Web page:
Mossy Nolan joined O'Neill throughout, and played the straight and still man alongside his leader's springloaded jack-in-the-box. Many of the night's tunes come from Lisa O'Neill's second album Same Cloth Or Not (Song Seeds Records) which is anchored by Nolan's talents, from guitar to bouzouki. Trying to contain O'Neill on paper is like trying to capture the elemental, she is a force, a mysterious one that touches the cornerstone of our being.

Lisa O'Neill
You do not float on cloudy skies upon hearing her voice, even while listening to the penultimate tune 'Dreaming'. There is a Piafesque frisson as though the voice has been fragmented, it has been broken apart and been put back together even stronger.

That is how we felt after Lisa O'Neill had finished, we were stronger than before.


Monday, 17 November 2014

London Piano Trio - Music under Stalin

Robert Atchison - Violin
It was the strangest of days in London town last Sunday (09/11/2014). Middle-age soldiers in uniform walked the streets with sweethearts on their arms. Behind these, a second wave of wizened veterans brought up the rear, a little slower but still with chests puffed out. Poppies rested beside brightly coloured campaign strips as people swarmed away from the nearby Cenotaph.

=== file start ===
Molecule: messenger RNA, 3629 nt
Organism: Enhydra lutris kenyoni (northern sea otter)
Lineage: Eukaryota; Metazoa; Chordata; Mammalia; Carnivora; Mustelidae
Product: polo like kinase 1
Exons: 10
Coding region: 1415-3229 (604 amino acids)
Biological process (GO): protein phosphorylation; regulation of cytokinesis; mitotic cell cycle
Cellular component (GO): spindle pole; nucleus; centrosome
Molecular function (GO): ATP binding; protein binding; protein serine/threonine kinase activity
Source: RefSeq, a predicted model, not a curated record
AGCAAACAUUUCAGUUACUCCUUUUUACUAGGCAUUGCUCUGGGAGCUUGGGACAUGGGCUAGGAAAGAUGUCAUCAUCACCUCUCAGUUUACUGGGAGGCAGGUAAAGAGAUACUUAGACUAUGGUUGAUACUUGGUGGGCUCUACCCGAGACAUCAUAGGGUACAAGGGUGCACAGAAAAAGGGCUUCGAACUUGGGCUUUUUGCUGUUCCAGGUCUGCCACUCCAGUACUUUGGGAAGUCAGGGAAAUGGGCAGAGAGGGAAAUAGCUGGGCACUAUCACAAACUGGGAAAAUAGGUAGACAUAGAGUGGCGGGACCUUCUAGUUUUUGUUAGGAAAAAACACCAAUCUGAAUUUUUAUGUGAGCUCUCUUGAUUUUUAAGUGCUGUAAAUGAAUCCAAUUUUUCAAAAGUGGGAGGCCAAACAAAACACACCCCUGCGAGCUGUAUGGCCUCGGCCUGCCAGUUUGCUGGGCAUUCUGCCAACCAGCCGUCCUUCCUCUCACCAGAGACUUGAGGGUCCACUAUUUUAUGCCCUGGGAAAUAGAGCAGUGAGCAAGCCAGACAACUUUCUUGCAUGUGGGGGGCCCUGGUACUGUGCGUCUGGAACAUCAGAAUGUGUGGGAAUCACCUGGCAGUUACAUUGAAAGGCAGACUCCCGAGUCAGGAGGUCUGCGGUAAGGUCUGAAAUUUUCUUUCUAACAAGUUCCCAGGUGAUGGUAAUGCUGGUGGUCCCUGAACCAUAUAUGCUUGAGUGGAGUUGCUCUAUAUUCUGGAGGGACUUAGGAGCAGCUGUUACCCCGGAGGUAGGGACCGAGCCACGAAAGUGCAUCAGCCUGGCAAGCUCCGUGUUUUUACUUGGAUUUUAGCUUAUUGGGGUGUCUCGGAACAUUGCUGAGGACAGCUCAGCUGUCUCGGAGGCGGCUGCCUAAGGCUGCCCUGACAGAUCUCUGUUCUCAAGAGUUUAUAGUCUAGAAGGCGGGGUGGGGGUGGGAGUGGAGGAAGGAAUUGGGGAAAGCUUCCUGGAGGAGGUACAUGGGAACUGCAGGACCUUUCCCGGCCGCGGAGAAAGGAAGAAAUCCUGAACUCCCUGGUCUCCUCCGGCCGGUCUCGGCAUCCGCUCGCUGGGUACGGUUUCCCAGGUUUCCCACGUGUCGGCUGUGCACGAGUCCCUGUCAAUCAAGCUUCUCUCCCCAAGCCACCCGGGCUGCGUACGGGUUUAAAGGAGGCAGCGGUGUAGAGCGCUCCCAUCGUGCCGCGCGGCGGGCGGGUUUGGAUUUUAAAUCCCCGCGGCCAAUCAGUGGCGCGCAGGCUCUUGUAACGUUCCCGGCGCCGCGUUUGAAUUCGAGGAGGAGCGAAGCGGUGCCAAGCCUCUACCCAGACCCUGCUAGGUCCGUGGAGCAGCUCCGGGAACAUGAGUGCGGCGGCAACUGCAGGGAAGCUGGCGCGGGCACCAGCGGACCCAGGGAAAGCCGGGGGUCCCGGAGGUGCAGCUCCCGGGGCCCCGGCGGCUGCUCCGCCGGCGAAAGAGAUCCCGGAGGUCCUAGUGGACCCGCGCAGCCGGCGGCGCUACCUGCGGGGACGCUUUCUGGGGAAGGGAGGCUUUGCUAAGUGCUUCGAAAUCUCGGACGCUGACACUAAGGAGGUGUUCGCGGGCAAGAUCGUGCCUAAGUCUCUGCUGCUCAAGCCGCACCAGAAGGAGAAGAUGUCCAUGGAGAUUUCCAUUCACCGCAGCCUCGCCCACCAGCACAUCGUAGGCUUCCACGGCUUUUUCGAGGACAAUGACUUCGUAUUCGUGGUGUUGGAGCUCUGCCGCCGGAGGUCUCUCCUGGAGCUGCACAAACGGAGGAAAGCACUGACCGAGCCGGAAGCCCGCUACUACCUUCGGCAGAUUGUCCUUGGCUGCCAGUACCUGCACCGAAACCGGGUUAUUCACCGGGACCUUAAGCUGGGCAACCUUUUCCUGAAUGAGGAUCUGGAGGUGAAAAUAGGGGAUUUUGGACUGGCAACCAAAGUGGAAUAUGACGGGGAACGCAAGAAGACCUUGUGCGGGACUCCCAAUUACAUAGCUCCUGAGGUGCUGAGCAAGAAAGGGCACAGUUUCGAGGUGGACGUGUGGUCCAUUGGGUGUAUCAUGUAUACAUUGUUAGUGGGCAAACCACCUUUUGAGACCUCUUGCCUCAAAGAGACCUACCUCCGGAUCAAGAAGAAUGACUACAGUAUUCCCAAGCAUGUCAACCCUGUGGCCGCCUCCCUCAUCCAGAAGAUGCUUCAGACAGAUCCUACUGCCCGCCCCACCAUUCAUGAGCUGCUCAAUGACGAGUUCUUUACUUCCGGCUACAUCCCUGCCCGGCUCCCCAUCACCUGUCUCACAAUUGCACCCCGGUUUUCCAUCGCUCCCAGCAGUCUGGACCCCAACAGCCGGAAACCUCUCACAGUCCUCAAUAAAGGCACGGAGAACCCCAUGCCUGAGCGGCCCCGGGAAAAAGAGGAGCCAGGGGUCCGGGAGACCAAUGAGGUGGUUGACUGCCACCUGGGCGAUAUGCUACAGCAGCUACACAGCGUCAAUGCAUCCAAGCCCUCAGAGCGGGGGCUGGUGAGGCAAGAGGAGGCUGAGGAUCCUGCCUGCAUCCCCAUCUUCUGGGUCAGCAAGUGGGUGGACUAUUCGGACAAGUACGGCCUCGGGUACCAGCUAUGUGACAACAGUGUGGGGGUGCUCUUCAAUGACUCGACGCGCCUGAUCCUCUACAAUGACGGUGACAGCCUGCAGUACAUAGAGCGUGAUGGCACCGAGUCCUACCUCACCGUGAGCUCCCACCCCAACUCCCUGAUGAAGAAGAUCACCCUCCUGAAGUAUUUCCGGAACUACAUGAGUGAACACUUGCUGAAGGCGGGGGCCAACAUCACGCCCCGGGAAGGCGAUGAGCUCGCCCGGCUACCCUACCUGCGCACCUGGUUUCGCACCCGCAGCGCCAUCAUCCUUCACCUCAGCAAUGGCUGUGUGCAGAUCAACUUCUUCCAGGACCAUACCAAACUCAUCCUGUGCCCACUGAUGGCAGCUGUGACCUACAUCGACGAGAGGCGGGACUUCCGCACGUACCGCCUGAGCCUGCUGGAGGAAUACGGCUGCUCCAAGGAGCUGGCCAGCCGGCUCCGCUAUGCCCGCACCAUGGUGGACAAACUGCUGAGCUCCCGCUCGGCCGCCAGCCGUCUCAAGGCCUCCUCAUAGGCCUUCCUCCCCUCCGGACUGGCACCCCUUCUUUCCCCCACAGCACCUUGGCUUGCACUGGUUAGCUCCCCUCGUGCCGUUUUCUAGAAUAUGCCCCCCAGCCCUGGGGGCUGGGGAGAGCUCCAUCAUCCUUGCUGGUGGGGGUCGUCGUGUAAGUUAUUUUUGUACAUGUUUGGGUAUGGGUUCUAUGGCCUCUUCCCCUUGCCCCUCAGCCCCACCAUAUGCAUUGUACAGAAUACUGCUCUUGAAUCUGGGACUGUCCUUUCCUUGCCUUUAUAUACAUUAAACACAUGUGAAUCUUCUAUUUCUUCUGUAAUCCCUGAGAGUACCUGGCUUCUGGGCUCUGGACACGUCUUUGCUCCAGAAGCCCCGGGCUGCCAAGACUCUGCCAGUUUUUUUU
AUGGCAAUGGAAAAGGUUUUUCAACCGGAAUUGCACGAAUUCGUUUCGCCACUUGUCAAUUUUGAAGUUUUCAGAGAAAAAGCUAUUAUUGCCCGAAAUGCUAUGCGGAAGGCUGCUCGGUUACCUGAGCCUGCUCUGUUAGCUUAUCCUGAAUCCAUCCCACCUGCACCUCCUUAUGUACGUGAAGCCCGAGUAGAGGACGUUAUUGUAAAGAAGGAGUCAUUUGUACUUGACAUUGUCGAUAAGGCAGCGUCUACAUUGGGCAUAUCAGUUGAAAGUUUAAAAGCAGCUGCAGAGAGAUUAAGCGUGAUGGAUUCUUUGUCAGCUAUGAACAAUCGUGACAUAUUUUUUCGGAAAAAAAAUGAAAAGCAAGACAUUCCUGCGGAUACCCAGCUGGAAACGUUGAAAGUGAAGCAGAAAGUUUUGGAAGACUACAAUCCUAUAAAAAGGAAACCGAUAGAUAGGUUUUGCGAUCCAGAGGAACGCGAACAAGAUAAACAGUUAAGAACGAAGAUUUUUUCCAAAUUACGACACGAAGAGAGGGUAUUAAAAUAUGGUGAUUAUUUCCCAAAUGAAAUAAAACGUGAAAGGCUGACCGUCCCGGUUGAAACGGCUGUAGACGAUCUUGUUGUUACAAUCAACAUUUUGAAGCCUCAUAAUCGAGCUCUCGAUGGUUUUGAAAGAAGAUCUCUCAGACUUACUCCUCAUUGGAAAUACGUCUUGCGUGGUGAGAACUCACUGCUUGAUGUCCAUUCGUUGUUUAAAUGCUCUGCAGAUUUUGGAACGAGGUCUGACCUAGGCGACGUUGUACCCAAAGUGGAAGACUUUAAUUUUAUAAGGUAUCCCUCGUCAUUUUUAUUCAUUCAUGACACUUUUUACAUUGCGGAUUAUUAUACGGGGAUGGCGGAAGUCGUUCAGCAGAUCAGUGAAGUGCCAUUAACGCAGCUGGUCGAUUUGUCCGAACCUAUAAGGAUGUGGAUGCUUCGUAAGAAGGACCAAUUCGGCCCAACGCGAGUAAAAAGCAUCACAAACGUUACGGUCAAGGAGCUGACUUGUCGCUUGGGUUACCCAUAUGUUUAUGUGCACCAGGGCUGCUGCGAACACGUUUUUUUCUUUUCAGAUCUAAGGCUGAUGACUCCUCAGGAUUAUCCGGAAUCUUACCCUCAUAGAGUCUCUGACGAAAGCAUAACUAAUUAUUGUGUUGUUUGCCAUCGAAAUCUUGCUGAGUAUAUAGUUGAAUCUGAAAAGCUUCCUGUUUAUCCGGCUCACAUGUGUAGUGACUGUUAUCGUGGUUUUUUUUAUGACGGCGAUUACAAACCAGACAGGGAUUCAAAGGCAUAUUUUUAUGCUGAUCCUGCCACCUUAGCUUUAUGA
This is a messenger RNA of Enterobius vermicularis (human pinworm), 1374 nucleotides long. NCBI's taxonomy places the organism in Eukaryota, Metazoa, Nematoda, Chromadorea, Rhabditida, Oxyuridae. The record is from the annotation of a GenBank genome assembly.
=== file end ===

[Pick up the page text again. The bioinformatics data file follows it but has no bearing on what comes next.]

Personal emotions, like many other around me, are confused during the red tinted days between Remembrance Sunday and the eleventh hour of the eleventh month. Just as confusing and enlightening was the sentiments stirred up by the London Piano Trio as they celebrated Music under Stalin. For this day marked the 25th anniversary of the Fall of the Berlin Wall. On the night of November 9, 1989, the most potent symbol of the Cold War division in Europe tumbled. Earlier that day, the communist authorities of the German Democratic Republic had announced the removal of travel restrictions to democratic West Berlin.

David Jones - Cello
The London Piano Trio of Robert Atchison (violin), Olga Dudnik (piano) and David Jones (cello) split the afternoon into two halves. The first belonged to Georgy Sviridov's stunning Piano Trio in A minor, Op.6. After the interval we were treated to Dmitri Shostakovich's Piano Trio in E Minor, Op.67.